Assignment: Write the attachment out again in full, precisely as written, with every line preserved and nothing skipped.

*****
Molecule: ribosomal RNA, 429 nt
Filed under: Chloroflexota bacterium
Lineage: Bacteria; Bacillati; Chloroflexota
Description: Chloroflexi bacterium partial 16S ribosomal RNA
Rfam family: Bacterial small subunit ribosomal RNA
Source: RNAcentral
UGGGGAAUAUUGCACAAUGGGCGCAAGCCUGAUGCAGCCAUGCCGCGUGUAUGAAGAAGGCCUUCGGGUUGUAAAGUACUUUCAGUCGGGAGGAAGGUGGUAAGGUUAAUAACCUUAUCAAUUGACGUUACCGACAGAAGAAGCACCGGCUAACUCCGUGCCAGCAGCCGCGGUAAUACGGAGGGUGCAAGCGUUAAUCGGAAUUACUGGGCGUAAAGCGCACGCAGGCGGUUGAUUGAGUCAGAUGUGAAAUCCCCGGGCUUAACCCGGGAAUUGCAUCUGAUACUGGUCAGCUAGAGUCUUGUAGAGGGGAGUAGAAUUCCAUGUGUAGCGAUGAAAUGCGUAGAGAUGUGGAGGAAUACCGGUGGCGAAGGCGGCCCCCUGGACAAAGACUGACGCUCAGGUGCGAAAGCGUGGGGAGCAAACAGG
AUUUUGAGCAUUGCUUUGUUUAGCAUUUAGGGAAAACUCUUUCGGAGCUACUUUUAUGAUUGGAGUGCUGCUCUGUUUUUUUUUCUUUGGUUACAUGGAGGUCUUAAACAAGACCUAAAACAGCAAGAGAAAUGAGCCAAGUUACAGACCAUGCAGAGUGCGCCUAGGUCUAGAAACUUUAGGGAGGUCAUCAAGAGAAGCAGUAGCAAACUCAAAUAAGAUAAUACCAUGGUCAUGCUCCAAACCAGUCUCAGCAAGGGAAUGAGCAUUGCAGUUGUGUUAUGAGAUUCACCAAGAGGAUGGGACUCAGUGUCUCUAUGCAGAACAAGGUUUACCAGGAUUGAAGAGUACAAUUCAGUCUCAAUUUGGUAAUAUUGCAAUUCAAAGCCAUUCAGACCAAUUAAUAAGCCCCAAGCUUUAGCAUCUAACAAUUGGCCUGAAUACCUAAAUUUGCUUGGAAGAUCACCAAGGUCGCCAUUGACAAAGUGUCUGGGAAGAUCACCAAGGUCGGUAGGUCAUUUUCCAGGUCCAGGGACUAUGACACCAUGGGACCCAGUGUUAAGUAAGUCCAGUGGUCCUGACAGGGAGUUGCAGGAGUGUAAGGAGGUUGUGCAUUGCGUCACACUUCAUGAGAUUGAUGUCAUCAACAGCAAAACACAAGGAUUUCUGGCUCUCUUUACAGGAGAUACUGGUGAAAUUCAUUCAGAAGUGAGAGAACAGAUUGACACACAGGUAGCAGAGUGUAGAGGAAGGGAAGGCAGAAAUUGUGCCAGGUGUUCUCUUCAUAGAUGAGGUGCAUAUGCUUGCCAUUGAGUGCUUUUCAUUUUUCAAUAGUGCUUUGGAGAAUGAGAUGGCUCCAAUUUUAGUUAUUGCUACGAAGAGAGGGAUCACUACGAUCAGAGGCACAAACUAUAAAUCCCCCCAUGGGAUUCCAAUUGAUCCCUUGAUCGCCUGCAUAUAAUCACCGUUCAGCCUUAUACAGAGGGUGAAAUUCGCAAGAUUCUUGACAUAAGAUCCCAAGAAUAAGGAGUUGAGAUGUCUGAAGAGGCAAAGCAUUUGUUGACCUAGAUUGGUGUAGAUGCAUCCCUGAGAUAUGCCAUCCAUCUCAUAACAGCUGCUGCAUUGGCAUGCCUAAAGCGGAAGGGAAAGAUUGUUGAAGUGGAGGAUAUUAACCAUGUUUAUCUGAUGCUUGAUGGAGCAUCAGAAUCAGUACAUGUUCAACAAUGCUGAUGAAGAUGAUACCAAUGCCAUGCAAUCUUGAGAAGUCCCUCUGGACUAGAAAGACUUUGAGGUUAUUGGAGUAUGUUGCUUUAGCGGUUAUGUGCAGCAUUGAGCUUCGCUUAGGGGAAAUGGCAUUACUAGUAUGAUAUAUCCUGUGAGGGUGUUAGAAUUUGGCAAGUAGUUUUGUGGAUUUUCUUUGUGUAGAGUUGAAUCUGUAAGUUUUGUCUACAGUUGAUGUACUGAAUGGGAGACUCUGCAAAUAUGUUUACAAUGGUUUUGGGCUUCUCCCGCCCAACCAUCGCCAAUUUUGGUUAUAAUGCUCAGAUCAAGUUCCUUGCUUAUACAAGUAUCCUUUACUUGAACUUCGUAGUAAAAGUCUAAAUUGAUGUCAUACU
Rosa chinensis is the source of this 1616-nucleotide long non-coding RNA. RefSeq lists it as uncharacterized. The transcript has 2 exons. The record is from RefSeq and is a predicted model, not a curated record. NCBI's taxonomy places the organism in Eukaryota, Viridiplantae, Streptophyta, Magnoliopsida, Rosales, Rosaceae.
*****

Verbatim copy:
Molecule: ribosomal RNA, 429 nt
Filed under: Chloroflexota bacterium
Lineage: Bacteria; Bacillati; Chloroflexota
Description: Chloroflexi bacterium partial 16S ribosomal RNA
Rfam family: Bacterial small subunit ribosomal RNA
Source: RNAcentral
UGGGGAAUAUUGCACAAUGGGCGCAAGCCUGAUGCAGCCAUGCCGCGUGUAUGAAGAAGGCCUUCGGGUUGUAAAGUACUUUCAGUCGGGAGGAAGGUGGUAAGGUUAAUAACCUUAUCAAUUGACGUUACCGACAGAAGAAGCACCGGCUAACUCCGUGCCAGCAGCCGCGGUAAUACGGAGGGUGCAAGCGUUAAUCGGAAUUACUGGGCGUAAAGCGCACGCAGGCGGUUGAUUGAGUCAGAUGUGAAAUCCCCGGGCUUAACCCGGGAAUUGCAUCUGAUACUGGUCAGCUAGAGUCUUGUAGAGGGGAGUAGAAUUCCAUGUGUAGCGAUGAAAUGCGUAGAGAUGUGGAGGAAUACCGGUGGCGAAGGCGGCCCCCUGGACAAAGACUGACGCUCAGGUGCGAAAGCGUGGGGAGCAAACAGG
AUUUUGAGCAUUGCUUUGUUUAGCAUUUAGGGAAAACUCUUUCGGAGCUACUUUUAUGAUUGGAGUGCUGCUCUGUUUUUUUUUCUUUGGUUACAUGGAGGUCUUAAACAAGACCUAAAACAGCAAGAGAAAUGAGCCAAGUUACAGACCAUGCAGAGUGCGCCUAGGUCUAGAAACUUUAGGGAGGUCAUCAAGAGAAGCAGUAGCAAACUCAAAUAAGAUAAUACCAUGGUCAUGCUCCAAACCAGUCUCAGCAAGGGAAUGAGCAUUGCAGUUGUGUUAUGAGAUUCACCAAGAGGAUGGGACUCAGUGUCUCUAUGCAGAACAAGGUUUACCAGGAUUGAAGAGUACAAUUCAGUCUCAAUUUGGUAAUAUUGCAAUUCAAAGCCAUUCAGACCAAUUAAUAAGCCCCAAGCUUUAGCAUCUAACAAUUGGCCUGAAUACCUAAAUUUGCUUGGAAGAUCACCAAGGUCGCCAUUGACAAAGUGUCUGGGAAGAUCACCAAGGUCGGUAGGUCAUUUUCCAGGUCCAGGGACUAUGACACCAUGGGACCCAGUGUUAAGUAAGUCCAGUGGUCCUGACAGGGAGUUGCAGGAGUGUAAGGAGGUUGUGCAUUGCGUCACACUUCAUGAGAUUGAUGUCAUCAACAGCAAAACACAAGGAUUUCUGGCUCUCUUUACAGGAGAUACUGGUGAAAUUCAUUCAGAAGUGAGAGAACAGAUUGACACACAGGUAGCAGAGUGUAGAGGAAGGGAAGGCAGAAAUUGUGCCAGGUGUUCUCUUCAUAGAUGAGGUGCAUAUGCUUGCCAUUGAGUGCUUUUCAUUUUUCAAUAGUGCUUUGGAGAAUGAGAUGGCUCCAAUUUUAGUUAUUGCUACGAAGAGAGGGAUCACUACGAUCAGAGGCACAAACUAUAAAUCCCCCCAUGGGAUUCCAAUUGAUCCCUUGAUCGCCUGCAUAUAAUCACCGUUCAGCCUUAUACAGAGGGUGAAAUUCGCAAGAUUCUUGACAUAAGAUCCCAAGAAUAAGGAGUUGAGAUGUCUGAAGAGGCAAAGCAUUUGUUGACCUAGAUUGGUGUAGAUGCAUCCCUGAGAUAUGCCAUCCAUCUCAUAACAGCUGCUGCAUUGGCAUGCCUAAAGCGGAAGGGAAAGAUUGUUGAAGUGGAGGAUAUUAACCAUGUUUAUCUGAUGCUUGAUGGAGCAUCAGAAUCAGUACAUGUUCAACAAUGCUGAUGAAGAUGAUACCAAUGCCAUGCAAUCUUGAGAAGUCCCUCUGGACUAGAAAGACUUUGAGGUUAUUGGAGUAUGUUGCUUUAGCGGUUAUGUGCAGCAUUGAGCUUCGCUUAGGGGAAAUGGCAUUACUAGUAUGAUAUAUCCUGUGAGGGUGUUAGAAUUUGGCAAGUAGUUUUGUGGAUUUUCUUUGUGUAGAGUUGAAUCUGUAAGUUUUGUCUACAGUUGAUGUACUGAAUGGGAGACUCUGCAAAUAUGUUUACAAUGGUUUUGGGCUUCUCCCGCCCAACCAUCGCCAAUUUUGGUUAUAAUGCUCAGAUCAAGUUCCUUGCUUAUACAAGUAUCCUUUACUUGAACUUCGUAGUAAAAGUCUAAAUUGAUGUCAUACU
Rosa chinensis is the source of this 1616-nucleotide long non-coding RNA. RefSeq lists it as uncharacterized. The transcript has 2 exons. The record is from RefSeq and is a predicted model, not a curated record. NCBI's taxonomy places the organism in Eukaryota, Viridiplantae, Streptophyta, Magnoliopsida, Rosales, Rosaceae.